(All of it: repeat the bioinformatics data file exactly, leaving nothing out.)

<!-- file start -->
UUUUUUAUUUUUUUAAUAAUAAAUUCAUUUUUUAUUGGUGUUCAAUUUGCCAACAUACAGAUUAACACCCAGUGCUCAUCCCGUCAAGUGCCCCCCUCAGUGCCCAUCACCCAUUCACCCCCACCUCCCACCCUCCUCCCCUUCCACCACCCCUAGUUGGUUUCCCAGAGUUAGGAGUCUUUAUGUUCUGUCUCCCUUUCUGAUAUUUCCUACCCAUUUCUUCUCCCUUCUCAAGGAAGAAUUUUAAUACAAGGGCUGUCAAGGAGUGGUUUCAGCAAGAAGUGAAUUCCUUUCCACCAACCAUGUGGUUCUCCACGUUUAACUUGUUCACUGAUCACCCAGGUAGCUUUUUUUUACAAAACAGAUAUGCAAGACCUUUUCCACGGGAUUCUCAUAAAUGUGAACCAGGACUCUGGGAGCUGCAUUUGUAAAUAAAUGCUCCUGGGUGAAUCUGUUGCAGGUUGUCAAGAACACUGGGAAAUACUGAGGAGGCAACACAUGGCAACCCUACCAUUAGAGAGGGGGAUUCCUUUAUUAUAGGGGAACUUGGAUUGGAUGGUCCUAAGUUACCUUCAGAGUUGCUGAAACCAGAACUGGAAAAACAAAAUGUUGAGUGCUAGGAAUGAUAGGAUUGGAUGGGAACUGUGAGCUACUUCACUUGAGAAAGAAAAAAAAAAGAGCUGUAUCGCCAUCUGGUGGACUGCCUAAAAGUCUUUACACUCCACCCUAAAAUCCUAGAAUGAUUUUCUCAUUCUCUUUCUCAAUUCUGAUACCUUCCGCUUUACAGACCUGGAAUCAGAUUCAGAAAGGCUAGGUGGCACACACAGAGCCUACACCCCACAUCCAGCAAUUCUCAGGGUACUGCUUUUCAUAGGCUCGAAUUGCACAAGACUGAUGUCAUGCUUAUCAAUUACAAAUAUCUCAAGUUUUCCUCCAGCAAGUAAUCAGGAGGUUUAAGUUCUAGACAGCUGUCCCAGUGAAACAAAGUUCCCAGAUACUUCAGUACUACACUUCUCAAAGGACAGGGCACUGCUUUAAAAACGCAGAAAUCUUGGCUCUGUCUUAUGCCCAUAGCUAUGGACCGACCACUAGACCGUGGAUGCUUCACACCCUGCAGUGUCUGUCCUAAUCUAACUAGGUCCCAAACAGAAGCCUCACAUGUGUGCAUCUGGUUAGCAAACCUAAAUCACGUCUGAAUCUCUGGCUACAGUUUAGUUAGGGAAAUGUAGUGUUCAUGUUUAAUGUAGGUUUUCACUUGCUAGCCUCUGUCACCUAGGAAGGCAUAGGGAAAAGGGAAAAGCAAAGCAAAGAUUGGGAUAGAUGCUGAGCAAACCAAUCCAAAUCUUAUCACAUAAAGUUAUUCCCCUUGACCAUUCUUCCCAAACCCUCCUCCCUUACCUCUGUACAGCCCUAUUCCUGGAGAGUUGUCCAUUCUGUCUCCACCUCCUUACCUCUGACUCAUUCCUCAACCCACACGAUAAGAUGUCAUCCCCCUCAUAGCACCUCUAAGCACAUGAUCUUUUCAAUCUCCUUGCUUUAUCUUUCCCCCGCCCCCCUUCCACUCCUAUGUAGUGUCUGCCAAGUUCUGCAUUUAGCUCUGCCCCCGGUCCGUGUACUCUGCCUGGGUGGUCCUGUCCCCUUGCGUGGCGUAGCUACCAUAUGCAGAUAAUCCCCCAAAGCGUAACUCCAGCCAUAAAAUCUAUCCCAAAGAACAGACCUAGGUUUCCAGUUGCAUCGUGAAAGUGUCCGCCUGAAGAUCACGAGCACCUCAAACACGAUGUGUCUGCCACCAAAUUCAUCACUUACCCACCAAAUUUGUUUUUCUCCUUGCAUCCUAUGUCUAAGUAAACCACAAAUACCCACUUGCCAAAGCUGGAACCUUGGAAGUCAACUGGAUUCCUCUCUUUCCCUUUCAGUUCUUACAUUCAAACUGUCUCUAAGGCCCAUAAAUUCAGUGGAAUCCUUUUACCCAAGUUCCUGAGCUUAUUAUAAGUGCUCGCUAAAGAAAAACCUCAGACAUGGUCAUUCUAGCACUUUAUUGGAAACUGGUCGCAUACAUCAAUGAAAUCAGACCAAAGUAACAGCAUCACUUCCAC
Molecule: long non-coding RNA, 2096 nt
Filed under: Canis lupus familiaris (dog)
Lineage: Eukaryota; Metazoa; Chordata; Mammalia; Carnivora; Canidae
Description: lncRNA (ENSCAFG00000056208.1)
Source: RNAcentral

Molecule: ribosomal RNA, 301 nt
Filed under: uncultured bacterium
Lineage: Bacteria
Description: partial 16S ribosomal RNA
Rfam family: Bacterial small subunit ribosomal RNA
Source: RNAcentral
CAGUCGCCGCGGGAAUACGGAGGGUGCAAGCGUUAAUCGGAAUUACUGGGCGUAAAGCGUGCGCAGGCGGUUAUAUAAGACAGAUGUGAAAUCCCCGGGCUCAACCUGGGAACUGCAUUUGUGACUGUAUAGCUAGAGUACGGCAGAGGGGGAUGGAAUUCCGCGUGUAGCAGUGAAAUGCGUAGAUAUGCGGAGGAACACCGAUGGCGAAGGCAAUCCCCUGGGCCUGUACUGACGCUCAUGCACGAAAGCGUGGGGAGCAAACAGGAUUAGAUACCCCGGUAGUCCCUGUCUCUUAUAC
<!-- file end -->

UUUUUUAUUUUUUUAAUAAUAAAUUCAUUUUUUAUUGGUGUUCAAUUUGCCAACAUACAGAUUAACACCCAGUGCUCAUCCCGUCAAGUGCCCCCCUCAGUGCCCAUCACCCAUUCACCCCCACCUCCCACCCUCCUCCCCUUCCACCACCCCUAGUUGGUUUCCCAGAGUUAGGAGUCUUUAUGUUCUGUCUCCCUUUCUGAUAUUUCCUACCCAUUUCUUCUCCCUUCUCAAGGAAGAAUUUUAAUACAAGGGCUGUCAAGGAGUGGUUUCAGCAAGAAGUGAAUUCCUUUCCACCAACCAUGUGGUUCUCCACGUUUAACUUGUUCACUGAUCACCCAGGUAGCUUUUUUUUACAAAACAGAUAUGCAAGACCUUUUCCACGGGAUUCUCAUAAAUGUGAACCAGGACUCUGGGAGCUGCAUUUGUAAAUAAAUGCUCCUGGGUGAAUCUGUUGCAGGUUGUCAAGAACACUGGGAAAUACUGAGGAGGCAACACAUGGCAACCCUACCAUUAGAGAGGGGGAUUCCUUUAUUAUAGGGGAACUUGGAUUGGAUGGUCCUAAGUUACCUUCAGAGUUGCUGAAACCAGAACUGGAAAAACAAAAUGUUGAGUGCUAGGAAUGAUAGGAUUGGAUGGGAACUGUGAGCUACUUCACUUGAGAAAGAAAAAAAAAAGAGCUGUAUCGCCAUCUGGUGGACUGCCUAAAAGUCUUUACACUCCACCCUAAAAUCCUAGAAUGAUUUUCUCAUUCUCUUUCUCAAUUCUGAUACCUUCCGCUUUACAGACCUGGAAUCAGAUUCAGAAAGGCUAGGUGGCACACACAGAGCCUACACCCCACAUCCAGCAAUUCUCAGGGUACUGCUUUUCAUAGGCUCGAAUUGCACAAGACUGAUGUCAUGCUUAUCAAUUACAAAUAUCUCAAGUUUUCCUCCAGCAAGUAAUCAGGAGGUUUAAGUUCUAGACAGCUGUCCCAGUGAAACAAAGUUCCCAGAUACUUCAGUACUACACUUCUCAAAGGACAGGGCACUGCUUUAAAAACGCAGAAAUCUUGGCUCUGUCUUAUGCCCAUAGCUAUGGACCGACCACUAGACCGUGGAUGCUUCACACCCUGCAGUGUCUGUCCUAAUCUAACUAGGUCCCAAACAGAAGCCUCACAUGUGUGCAUCUGGUUAGCAAACCUAAAUCACGUCUGAAUCUCUGGCUACAGUUUAGUUAGGGAAAUGUAGUGUUCAUGUUUAAUGUAGGUUUUCACUUGCUAGCCUCUGUCACCUAGGAAGGCAUAGGGAAAAGGGAAAAGCAAAGCAAAGAUUGGGAUAGAUGCUGAGCAAACCAAUCCAAAUCUUAUCACAUAAAGUUAUUCCCCUUGACCAUUCUUCCCAAACCCUCCUCCCUUACCUCUGUACAGCCCUAUUCCUGGAGAGUUGUCCAUUCUGUCUCCACCUCCUUACCUCUGACUCAUUCCUCAACCCACACGAUAAGAUGUCAUCCCCCUCAUAGCACCUCUAAGCACAUGAUCUUUUCAAUCUCCUUGCUUUAUCUUUCCCCCGCCCCCCUUCCACUCCUAUGUAGUGUCUGCCAAGUUCUGCAUUUAGCUCUGCCCCCGGUCCGUGUACUCUGCCUGGGUGGUCCUGUCCCCUUGCGUGGCGUAGCUACCAUAUGCAGAUAAUCCCCCAAAGCGUAACUCCAGCCAUAAAAUCUAUCCCAAAGAACAGACCUAGGUUUCCAGUUGCAUCGUGAAAGUGUCCGCCUGAAGAUCACGAGCACCUCAAACACGAUGUGUCUGCCACCAAAUUCAUCACUUACCCACCAAAUUUGUUUUUCUCCUUGCAUCCUAUGUCUAAGUAAACCACAAAUACCCACUUGCCAAAGCUGGAACCUUGGAAGUCAACUGGAUUCCUCUCUUUCCCUUUCAGUUCUUACAUUCAAACUGUCUCUAAGGCCCAUAAAUUCAGUGGAAUCCUUUUACCCAAGUUCCUGAGCUUAUUAUAAGUGCUCGCUAAAGAAAAACCUCAGACAUGGUCAUUCUAGCACUUUAUUGGAAACUGGUCGCAUACAUCAAUGAAAUCAGACCAAAGUAACAGCAUCACUUCCAC
Molecule: long non-coding RNA, 2096 nt
Filed under: Canis lupus familiaris (dog)
Lineage: Eukaryota; Metazoa; Chordata; Mammalia; Carnivora; Canidae
Description: lncRNA (ENSCAFG00000056208.1)
Source: RNAcentral

Molecule: ribosomal RNA, 301 nt
Filed under: uncultured bacterium
Lineage: Bacteria
Description: partial 16S ribosomal RNA
Rfam family: Bacterial small subunit ribosomal RNA
Source: RNAcentral
CAGUCGCCGCGGGAAUACGGAGGGUGCAAGCGUUAAUCGGAAUUACUGGGCGUAAAGCGUGCGCAGGCGGUUAUAUAAGACAGAUGUGAAAUCCCCGGGCUCAACCUGGGAACUGCAUUUGUGACUGUAUAGCUAGAGUACGGCAGAGGGGGAUGGAAUUCCGCGUGUAGCAGUGAAAUGCGUAGAUAUGCGGAGGAACACCGAUGGCGAAGGCAAUCCCCUGGGCCUGUACUGACGCUCAUGCACGAAAGCGUGGGGAGCAAACAGGAUUAGAUACCCCGGUAGUCCCUGUCUCUUAUAC